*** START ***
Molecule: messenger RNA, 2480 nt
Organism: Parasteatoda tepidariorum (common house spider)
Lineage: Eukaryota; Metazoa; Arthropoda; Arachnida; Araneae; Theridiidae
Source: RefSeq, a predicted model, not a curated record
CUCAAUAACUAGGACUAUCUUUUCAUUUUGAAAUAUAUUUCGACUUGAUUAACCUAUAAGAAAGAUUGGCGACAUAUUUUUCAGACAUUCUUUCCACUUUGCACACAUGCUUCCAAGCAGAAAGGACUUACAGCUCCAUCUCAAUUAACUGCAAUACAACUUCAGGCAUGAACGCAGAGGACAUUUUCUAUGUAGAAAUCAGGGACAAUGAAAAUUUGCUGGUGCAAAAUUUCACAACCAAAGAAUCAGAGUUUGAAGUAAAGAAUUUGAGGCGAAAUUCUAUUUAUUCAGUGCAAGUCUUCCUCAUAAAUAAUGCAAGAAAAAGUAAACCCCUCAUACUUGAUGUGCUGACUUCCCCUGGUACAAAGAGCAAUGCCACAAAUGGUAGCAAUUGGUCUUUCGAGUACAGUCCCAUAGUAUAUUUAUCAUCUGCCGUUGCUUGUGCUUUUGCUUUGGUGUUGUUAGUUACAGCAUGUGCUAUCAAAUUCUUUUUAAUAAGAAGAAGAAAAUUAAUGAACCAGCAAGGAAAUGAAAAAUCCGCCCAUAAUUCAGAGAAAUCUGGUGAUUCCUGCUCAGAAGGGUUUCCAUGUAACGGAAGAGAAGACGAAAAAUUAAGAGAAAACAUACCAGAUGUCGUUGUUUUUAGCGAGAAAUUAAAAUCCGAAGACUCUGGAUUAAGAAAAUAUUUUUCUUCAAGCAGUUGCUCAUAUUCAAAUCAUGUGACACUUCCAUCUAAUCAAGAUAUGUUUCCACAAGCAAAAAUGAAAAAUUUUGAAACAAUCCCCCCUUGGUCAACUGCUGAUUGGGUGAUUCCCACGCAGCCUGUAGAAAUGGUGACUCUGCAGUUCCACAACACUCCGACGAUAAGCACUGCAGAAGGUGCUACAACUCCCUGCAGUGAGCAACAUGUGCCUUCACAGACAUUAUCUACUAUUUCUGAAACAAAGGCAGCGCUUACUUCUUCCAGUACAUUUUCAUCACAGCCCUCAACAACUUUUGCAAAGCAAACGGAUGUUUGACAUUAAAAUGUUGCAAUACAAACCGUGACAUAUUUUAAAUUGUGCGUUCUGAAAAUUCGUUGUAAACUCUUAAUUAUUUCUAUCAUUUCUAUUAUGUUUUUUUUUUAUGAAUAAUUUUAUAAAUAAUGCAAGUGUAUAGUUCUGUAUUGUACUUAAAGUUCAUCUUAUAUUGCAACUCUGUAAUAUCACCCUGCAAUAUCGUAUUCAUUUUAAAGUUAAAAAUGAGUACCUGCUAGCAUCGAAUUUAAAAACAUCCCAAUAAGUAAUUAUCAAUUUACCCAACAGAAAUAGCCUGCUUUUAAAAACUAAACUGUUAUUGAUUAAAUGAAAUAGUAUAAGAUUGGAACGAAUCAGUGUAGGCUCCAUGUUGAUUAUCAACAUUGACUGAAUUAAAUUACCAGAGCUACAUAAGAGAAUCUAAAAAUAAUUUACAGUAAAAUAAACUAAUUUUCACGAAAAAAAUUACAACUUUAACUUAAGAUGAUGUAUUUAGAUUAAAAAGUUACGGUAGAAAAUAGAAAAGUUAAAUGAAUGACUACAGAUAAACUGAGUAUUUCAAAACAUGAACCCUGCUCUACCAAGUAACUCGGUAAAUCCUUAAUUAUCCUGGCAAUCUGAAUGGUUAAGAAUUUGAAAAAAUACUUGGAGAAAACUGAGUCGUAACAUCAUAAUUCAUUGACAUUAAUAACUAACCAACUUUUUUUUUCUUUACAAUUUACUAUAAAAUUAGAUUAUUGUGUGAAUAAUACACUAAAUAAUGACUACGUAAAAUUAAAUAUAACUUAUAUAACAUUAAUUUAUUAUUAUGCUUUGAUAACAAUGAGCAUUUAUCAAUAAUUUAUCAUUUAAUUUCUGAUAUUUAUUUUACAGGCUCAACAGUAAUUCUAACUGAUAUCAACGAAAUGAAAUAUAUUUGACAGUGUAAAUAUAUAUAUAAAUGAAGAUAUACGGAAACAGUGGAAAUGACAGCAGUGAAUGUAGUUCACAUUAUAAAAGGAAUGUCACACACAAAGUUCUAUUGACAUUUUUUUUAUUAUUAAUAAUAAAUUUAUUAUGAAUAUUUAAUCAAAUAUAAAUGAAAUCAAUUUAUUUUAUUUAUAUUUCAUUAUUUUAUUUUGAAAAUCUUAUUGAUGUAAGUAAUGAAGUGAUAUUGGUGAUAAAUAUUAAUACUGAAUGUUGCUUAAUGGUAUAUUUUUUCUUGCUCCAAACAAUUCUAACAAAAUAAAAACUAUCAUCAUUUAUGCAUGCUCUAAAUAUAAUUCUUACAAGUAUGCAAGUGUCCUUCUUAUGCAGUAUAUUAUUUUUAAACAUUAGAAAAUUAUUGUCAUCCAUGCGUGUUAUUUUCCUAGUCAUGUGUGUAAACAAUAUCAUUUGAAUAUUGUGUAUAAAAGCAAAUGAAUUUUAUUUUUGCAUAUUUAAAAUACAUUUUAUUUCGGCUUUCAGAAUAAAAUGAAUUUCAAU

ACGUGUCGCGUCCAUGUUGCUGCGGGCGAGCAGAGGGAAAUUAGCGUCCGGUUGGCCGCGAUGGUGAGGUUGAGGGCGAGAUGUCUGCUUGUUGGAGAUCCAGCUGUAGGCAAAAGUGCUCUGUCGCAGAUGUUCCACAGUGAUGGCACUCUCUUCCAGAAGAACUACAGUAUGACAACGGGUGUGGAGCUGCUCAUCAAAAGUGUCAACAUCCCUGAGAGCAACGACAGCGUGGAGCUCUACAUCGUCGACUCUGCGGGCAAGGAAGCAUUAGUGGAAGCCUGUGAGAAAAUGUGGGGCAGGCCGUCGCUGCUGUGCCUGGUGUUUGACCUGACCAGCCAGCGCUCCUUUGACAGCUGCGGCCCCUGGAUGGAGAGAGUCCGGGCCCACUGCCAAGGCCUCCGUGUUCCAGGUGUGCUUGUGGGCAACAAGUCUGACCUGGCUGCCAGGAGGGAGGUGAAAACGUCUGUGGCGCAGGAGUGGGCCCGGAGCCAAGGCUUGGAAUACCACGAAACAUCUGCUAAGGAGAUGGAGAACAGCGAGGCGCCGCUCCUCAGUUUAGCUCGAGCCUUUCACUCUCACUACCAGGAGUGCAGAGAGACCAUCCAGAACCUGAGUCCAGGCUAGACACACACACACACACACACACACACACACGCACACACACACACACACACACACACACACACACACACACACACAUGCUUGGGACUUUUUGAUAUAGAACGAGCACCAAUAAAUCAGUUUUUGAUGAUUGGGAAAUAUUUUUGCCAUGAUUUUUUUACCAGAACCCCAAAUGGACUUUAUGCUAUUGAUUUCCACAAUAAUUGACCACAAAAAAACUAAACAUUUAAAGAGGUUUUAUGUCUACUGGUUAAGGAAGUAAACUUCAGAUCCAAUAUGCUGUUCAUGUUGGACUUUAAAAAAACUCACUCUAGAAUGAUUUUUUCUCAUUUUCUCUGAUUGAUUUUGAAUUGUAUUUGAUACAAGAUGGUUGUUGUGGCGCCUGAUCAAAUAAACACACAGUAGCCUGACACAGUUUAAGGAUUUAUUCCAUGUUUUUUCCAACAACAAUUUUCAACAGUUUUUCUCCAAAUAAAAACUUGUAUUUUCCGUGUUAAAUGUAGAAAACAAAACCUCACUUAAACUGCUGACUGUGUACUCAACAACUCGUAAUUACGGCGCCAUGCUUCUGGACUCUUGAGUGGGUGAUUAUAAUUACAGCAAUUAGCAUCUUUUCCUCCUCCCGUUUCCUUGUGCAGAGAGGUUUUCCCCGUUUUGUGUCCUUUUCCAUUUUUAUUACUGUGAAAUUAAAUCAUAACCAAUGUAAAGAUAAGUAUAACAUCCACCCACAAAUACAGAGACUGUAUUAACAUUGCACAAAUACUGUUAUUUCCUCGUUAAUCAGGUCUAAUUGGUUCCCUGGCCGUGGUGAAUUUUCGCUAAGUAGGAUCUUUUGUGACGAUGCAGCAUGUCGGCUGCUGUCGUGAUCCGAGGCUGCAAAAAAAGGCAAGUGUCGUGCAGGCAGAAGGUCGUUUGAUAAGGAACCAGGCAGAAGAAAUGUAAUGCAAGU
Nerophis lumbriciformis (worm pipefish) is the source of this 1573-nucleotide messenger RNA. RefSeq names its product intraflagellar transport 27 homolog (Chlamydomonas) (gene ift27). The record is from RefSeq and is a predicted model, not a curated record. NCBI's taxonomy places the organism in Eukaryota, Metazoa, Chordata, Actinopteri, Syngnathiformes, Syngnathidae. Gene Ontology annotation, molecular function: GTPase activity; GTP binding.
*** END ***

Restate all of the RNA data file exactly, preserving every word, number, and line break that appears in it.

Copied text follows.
Molecule: messenger RNA, 2480 nt
Organism: Parasteatoda tepidariorum (common house spider)
Lineage: Eukaryota; Metazoa; Arthropoda; Arachnida; Araneae; Theridiidae
Source: RefSeq, a predicted model, not a curated record
CUCAAUAACUAGGACUAUCUUUUCAUUUUGAAAUAUAUUUCGACUUGAUUAACCUAUAAGAAAGAUUGGCGACAUAUUUUUCAGACAUUCUUUCCACUUUGCACACAUGCUUCCAAGCAGAAAGGACUUACAGCUCCAUCUCAAUUAACUGCAAUACAACUUCAGGCAUGAACGCAGAGGACAUUUUCUAUGUAGAAAUCAGGGACAAUGAAAAUUUGCUGGUGCAAAAUUUCACAACCAAAGAAUCAGAGUUUGAAGUAAAGAAUUUGAGGCGAAAUUCUAUUUAUUCAGUGCAAGUCUUCCUCAUAAAUAAUGCAAGAAAAAGUAAACCCCUCAUACUUGAUGUGCUGACUUCCCCUGGUACAAAGAGCAAUGCCACAAAUGGUAGCAAUUGGUCUUUCGAGUACAGUCCCAUAGUAUAUUUAUCAUCUGCCGUUGCUUGUGCUUUUGCUUUGGUGUUGUUAGUUACAGCAUGUGCUAUCAAAUUCUUUUUAAUAAGAAGAAGAAAAUUAAUGAACCAGCAAGGAAAUGAAAAAUCCGCCCAUAAUUCAGAGAAAUCUGGUGAUUCCUGCUCAGAAGGGUUUCCAUGUAACGGAAGAGAAGACGAAAAAUUAAGAGAAAACAUACCAGAUGUCGUUGUUUUUAGCGAGAAAUUAAAAUCCGAAGACUCUGGAUUAAGAAAAUAUUUUUCUUCAAGCAGUUGCUCAUAUUCAAAUCAUGUGACACUUCCAUCUAAUCAAGAUAUGUUUCCACAAGCAAAAAUGAAAAAUUUUGAAACAAUCCCCCCUUGGUCAACUGCUGAUUGGGUGAUUCCCACGCAGCCUGUAGAAAUGGUGACUCUGCAGUUCCACAACACUCCGACGAUAAGCACUGCAGAAGGUGCUACAACUCCCUGCAGUGAGCAACAUGUGCCUUCACAGACAUUAUCUACUAUUUCUGAAACAAAGGCAGCGCUUACUUCUUCCAGUACAUUUUCAUCACAGCCCUCAACAACUUUUGCAAAGCAAACGGAUGUUUGACAUUAAAAUGUUGCAAUACAAACCGUGACAUAUUUUAAAUUGUGCGUUCUGAAAAUUCGUUGUAAACUCUUAAUUAUUUCUAUCAUUUCUAUUAUGUUUUUUUUUUAUGAAUAAUUUUAUAAAUAAUGCAAGUGUAUAGUUCUGUAUUGUACUUAAAGUUCAUCUUAUAUUGCAACUCUGUAAUAUCACCCUGCAAUAUCGUAUUCAUUUUAAAGUUAAAAAUGAGUACCUGCUAGCAUCGAAUUUAAAAACAUCCCAAUAAGUAAUUAUCAAUUUACCCAACAGAAAUAGCCUGCUUUUAAAAACUAAACUGUUAUUGAUUAAAUGAAAUAGUAUAAGAUUGGAACGAAUCAGUGUAGGCUCCAUGUUGAUUAUCAACAUUGACUGAAUUAAAUUACCAGAGCUACAUAAGAGAAUCUAAAAAUAAUUUACAGUAAAAUAAACUAAUUUUCACGAAAAAAAUUACAACUUUAACUUAAGAUGAUGUAUUUAGAUUAAAAAGUUACGGUAGAAAAUAGAAAAGUUAAAUGAAUGACUACAGAUAAACUGAGUAUUUCAAAACAUGAACCCUGCUCUACCAAGUAACUCGGUAAAUCCUUAAUUAUCCUGGCAAUCUGAAUGGUUAAGAAUUUGAAAAAAUACUUGGAGAAAACUGAGUCGUAACAUCAUAAUUCAUUGACAUUAAUAACUAACCAACUUUUUUUUUCUUUACAAUUUACUAUAAAAUUAGAUUAUUGUGUGAAUAAUACACUAAAUAAUGACUACGUAAAAUUAAAUAUAACUUAUAUAACAUUAAUUUAUUAUUAUGCUUUGAUAACAAUGAGCAUUUAUCAAUAAUUUAUCAUUUAAUUUCUGAUAUUUAUUUUACAGGCUCAACAGUAAUUCUAACUGAUAUCAACGAAAUGAAAUAUAUUUGACAGUGUAAAUAUAUAUAUAAAUGAAGAUAUACGGAAACAGUGGAAAUGACAGCAGUGAAUGUAGUUCACAUUAUAAAAGGAAUGUCACACACAAAGUUCUAUUGACAUUUUUUUUAUUAUUAAUAAUAAAUUUAUUAUGAAUAUUUAAUCAAAUAUAAAUGAAAUCAAUUUAUUUUAUUUAUAUUUCAUUAUUUUAUUUUGAAAAUCUUAUUGAUGUAAGUAAUGAAGUGAUAUUGGUGAUAAAUAUUAAUACUGAAUGUUGCUUAAUGGUAUAUUUUUUCUUGCUCCAAACAAUUCUAACAAAAUAAAAACUAUCAUCAUUUAUGCAUGCUCUAAAUAUAAUUCUUACAAGUAUGCAAGUGUCCUUCUUAUGCAGUAUAUUAUUUUUAAACAUUAGAAAAUUAUUGUCAUCCAUGCGUGUUAUUUUCCUAGUCAUGUGUGUAAACAAUAUCAUUUGAAUAUUGUGUAUAAAAGCAAAUGAAUUUUAUUUUUGCAUAUUUAAAAUACAUUUUAUUUCGGCUUUCAGAAUAAAAUGAAUUUCAAU

ACGUGUCGCGUCCAUGUUGCUGCGGGCGAGCAGAGGGAAAUUAGCGUCCGGUUGGCCGCGAUGGUGAGGUUGAGGGCGAGAUGUCUGCUUGUUGGAGAUCCAGCUGUAGGCAAAAGUGCUCUGUCGCAGAUGUUCCACAGUGAUGGCACUCUCUUCCAGAAGAACUACAGUAUGACAACGGGUGUGGAGCUGCUCAUCAAAAGUGUCAACAUCCCUGAGAGCAACGACAGCGUGGAGCUCUACAUCGUCGACUCUGCGGGCAAGGAAGCAUUAGUGGAAGCCUGUGAGAAAAUGUGGGGCAGGCCGUCGCUGCUGUGCCUGGUGUUUGACCUGACCAGCCAGCGCUCCUUUGACAGCUGCGGCCCCUGGAUGGAGAGAGUCCGGGCCCACUGCCAAGGCCUCCGUGUUCCAGGUGUGCUUGUGGGCAACAAGUCUGACCUGGCUGCCAGGAGGGAGGUGAAAACGUCUGUGGCGCAGGAGUGGGCCCGGAGCCAAGGCUUGGAAUACCACGAAACAUCUGCUAAGGAGAUGGAGAACAGCGAGGCGCCGCUCCUCAGUUUAGCUCGAGCCUUUCACUCUCACUACCAGGAGUGCAGAGAGACCAUCCAGAACCUGAGUCCAGGCUAGACACACACACACACACACACACACACACACGCACACACACACACACACACACACACACACACACACACACACACAUGCUUGGGACUUUUUGAUAUAGAACGAGCACCAAUAAAUCAGUUUUUGAUGAUUGGGAAAUAUUUUUGCCAUGAUUUUUUUACCAGAACCCCAAAUGGACUUUAUGCUAUUGAUUUCCACAAUAAUUGACCACAAAAAAACUAAACAUUUAAAGAGGUUUUAUGUCUACUGGUUAAGGAAGUAAACUUCAGAUCCAAUAUGCUGUUCAUGUUGGACUUUAAAAAAACUCACUCUAGAAUGAUUUUUUCUCAUUUUCUCUGAUUGAUUUUGAAUUGUAUUUGAUACAAGAUGGUUGUUGUGGCGCCUGAUCAAAUAAACACACAGUAGCCUGACACAGUUUAAGGAUUUAUUCCAUGUUUUUUCCAACAACAAUUUUCAACAGUUUUUCUCCAAAUAAAAACUUGUAUUUUCCGUGUUAAAUGUAGAAAACAAAACCUCACUUAAACUGCUGACUGUGUACUCAACAACUCGUAAUUACGGCGCCAUGCUUCUGGACUCUUGAGUGGGUGAUUAUAAUUACAGCAAUUAGCAUCUUUUCCUCCUCCCGUUUCCUUGUGCAGAGAGGUUUUCCCCGUUUUGUGUCCUUUUCCAUUUUUAUUACUGUGAAAUUAAAUCAUAACCAAUGUAAAGAUAAGUAUAACAUCCACCCACAAAUACAGAGACUGUAUUAACAUUGCACAAAUACUGUUAUUUCCUCGUUAAUCAGGUCUAAUUGGUUCCCUGGCCGUGGUGAAUUUUCGCUAAGUAGGAUCUUUUGUGACGAUGCAGCAUGUCGGCUGCUGUCGUGAUCCGAGGCUGCAAAAAAAGGCAAGUGUCGUGCAGGCAGAAGGUCGUUUGAUAAGGAACCAGGCAGAAGAAAUGUAAUGCAAGU
Nerophis lumbriciformis (worm pipefish) is the source of this 1573-nucleotide messenger RNA. RefSeq names its product intraflagellar transport 27 homolog (Chlamydomonas) (gene ift27). The record is from RefSeq and is a predicted model, not a curated record. NCBI's taxonomy places the organism in Eukaryota, Metazoa, Chordata, Actinopteri, Syngnathiformes, Syngnathidae. Gene Ontology annotation, molecular function: GTPase activity; GTP binding.